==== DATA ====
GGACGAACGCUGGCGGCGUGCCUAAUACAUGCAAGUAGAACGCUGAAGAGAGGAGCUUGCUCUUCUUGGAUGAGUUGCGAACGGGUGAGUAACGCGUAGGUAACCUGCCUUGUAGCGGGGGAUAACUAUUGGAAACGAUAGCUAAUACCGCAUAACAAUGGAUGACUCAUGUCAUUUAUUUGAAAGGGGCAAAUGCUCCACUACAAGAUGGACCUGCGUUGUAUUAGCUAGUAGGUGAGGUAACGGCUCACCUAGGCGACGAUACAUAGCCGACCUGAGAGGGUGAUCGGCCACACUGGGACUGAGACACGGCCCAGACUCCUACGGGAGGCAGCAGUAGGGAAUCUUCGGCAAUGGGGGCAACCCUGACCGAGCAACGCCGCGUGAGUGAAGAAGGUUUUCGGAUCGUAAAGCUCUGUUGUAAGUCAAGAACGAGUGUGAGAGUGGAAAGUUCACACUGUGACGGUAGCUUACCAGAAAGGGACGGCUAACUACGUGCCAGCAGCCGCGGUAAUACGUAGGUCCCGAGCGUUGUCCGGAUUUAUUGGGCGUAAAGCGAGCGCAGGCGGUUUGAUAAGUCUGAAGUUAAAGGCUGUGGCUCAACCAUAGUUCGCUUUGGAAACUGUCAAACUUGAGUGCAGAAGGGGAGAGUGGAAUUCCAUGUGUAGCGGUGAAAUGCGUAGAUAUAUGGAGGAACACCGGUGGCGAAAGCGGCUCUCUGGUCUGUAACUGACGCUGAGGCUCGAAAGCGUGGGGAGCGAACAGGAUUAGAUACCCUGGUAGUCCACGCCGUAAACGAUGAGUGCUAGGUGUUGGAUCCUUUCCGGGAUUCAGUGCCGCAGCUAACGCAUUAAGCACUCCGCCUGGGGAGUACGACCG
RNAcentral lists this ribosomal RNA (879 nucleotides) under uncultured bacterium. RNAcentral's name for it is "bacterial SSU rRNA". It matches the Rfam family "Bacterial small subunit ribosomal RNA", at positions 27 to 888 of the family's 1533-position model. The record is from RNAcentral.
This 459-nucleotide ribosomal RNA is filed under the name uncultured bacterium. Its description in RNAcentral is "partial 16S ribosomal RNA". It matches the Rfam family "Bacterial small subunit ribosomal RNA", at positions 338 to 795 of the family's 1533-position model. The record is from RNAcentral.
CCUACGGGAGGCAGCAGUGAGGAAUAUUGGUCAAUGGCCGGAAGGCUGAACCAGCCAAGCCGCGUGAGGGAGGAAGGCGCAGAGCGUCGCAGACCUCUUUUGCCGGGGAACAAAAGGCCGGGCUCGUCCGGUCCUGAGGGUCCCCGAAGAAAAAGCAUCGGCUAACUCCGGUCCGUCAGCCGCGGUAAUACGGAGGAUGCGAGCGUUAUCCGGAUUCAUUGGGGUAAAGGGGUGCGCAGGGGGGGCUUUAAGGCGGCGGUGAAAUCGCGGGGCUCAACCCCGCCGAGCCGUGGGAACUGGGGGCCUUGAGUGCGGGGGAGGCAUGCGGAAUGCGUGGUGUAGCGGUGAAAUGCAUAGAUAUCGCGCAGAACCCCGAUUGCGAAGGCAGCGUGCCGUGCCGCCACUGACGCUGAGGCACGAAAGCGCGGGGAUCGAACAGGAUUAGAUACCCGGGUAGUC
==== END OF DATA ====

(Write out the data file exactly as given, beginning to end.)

GGACGAACGCUGGCGGCGUGCCUAAUACAUGCAAGUAGAACGCUGAAGAGAGGAGCUUGCUCUUCUUGGAUGAGUUGCGAACGGGUGAGUAACGCGUAGGUAACCUGCCUUGUAGCGGGGGAUAACUAUUGGAAACGAUAGCUAAUACCGCAUAACAAUGGAUGACUCAUGUCAUUUAUUUGAAAGGGGCAAAUGCUCCACUACAAGAUGGACCUGCGUUGUAUUAGCUAGUAGGUGAGGUAACGGCUCACCUAGGCGACGAUACAUAGCCGACCUGAGAGGGUGAUCGGCCACACUGGGACUGAGACACGGCCCAGACUCCUACGGGAGGCAGCAGUAGGGAAUCUUCGGCAAUGGGGGCAACCCUGACCGAGCAACGCCGCGUGAGUGAAGAAGGUUUUCGGAUCGUAAAGCUCUGUUGUAAGUCAAGAACGAGUGUGAGAGUGGAAAGUUCACACUGUGACGGUAGCUUACCAGAAAGGGACGGCUAACUACGUGCCAGCAGCCGCGGUAAUACGUAGGUCCCGAGCGUUGUCCGGAUUUAUUGGGCGUAAAGCGAGCGCAGGCGGUUUGAUAAGUCUGAAGUUAAAGGCUGUGGCUCAACCAUAGUUCGCUUUGGAAACUGUCAAACUUGAGUGCAGAAGGGGAGAGUGGAAUUCCAUGUGUAGCGGUGAAAUGCGUAGAUAUAUGGAGGAACACCGGUGGCGAAAGCGGCUCUCUGGUCUGUAACUGACGCUGAGGCUCGAAAGCGUGGGGAGCGAACAGGAUUAGAUACCCUGGUAGUCCACGCCGUAAACGAUGAGUGCUAGGUGUUGGAUCCUUUCCGGGAUUCAGUGCCGCAGCUAACGCAUUAAGCACUCCGCCUGGGGAGUACGACCG
RNAcentral lists this ribosomal RNA (879 nucleotides) under uncultured bacterium. RNAcentral's name for it is "bacterial SSU rRNA". It matches the Rfam family "Bacterial small subunit ribosomal RNA", at positions 27 to 888 of the family's 1533-position model. The record is from RNAcentral.
This 459-nucleotide ribosomal RNA is filed under the name uncultured bacterium. Its description in RNAcentral is "partial 16S ribosomal RNA". It matches the Rfam family "Bacterial small subunit ribosomal RNA", at positions 338 to 795 of the family's 1533-position model. The record is from RNAcentral.
CCUACGGGAGGCAGCAGUGAGGAAUAUUGGUCAAUGGCCGGAAGGCUGAACCAGCCAAGCCGCGUGAGGGAGGAAGGCGCAGAGCGUCGCAGACCUCUUUUGCCGGGGAACAAAAGGCCGGGCUCGUCCGGUCCUGAGGGUCCCCGAAGAAAAAGCAUCGGCUAACUCCGGUCCGUCAGCCGCGGUAAUACGGAGGAUGCGAGCGUUAUCCGGAUUCAUUGGGGUAAAGGGGUGCGCAGGGGGGGCUUUAAGGCGGCGGUGAAAUCGCGGGGCUCAACCCCGCCGAGCCGUGGGAACUGGGGGCCUUGAGUGCGGGGGAGGCAUGCGGAAUGCGUGGUGUAGCGGUGAAAUGCAUAGAUAUCGCGCAGAACCCCGAUUGCGAAGGCAGCGUGCCGUGCCGCCACUGACGCUGAGGCACGAAAGCGCGGGGAUCGAACAGGAUUAGAUACCCGGGUAGUC